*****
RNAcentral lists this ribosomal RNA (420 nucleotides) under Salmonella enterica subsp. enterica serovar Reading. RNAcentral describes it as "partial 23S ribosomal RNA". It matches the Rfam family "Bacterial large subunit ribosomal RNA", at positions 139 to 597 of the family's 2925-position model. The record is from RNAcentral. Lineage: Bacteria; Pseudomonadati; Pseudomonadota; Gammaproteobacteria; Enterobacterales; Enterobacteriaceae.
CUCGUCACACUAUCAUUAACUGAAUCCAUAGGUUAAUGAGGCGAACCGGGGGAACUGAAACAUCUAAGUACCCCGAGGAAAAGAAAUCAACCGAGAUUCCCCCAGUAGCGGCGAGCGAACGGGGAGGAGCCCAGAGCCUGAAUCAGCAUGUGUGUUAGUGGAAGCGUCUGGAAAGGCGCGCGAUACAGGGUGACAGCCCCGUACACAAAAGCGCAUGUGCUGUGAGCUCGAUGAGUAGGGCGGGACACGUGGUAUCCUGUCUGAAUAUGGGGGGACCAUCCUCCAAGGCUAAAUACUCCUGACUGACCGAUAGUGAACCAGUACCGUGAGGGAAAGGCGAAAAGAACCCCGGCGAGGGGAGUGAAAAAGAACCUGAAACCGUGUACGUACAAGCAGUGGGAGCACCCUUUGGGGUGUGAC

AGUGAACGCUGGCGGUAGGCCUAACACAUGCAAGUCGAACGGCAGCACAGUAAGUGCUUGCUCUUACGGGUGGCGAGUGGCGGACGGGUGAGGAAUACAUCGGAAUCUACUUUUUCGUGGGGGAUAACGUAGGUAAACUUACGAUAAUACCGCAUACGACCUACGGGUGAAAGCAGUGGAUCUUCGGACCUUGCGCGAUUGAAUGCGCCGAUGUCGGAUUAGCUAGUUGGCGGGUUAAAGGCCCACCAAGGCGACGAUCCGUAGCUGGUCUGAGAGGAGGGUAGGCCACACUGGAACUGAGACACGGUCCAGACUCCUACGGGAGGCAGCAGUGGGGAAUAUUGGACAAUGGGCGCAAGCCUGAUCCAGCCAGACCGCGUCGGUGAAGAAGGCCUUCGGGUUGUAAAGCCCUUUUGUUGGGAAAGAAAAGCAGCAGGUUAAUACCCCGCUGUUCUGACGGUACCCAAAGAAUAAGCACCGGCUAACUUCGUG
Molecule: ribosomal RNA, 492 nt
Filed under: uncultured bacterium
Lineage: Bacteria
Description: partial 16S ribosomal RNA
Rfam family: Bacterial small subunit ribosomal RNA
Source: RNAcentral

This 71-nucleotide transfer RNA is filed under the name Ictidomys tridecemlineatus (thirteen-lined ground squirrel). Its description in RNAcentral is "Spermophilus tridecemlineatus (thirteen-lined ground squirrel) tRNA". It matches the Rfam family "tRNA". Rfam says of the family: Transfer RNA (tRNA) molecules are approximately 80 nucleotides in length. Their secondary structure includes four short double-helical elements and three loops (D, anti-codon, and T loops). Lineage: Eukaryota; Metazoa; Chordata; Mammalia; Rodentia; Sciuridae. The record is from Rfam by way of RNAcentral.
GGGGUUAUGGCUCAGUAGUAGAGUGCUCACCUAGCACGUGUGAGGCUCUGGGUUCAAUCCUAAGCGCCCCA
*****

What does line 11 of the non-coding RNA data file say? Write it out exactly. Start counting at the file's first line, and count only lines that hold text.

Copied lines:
GGGGUUAUGGCUCAGUAGUAGAGUGCUCACCUAGCACGUGUGAGGCUCUGGGUUCAAUCCUAAGCGCCCCA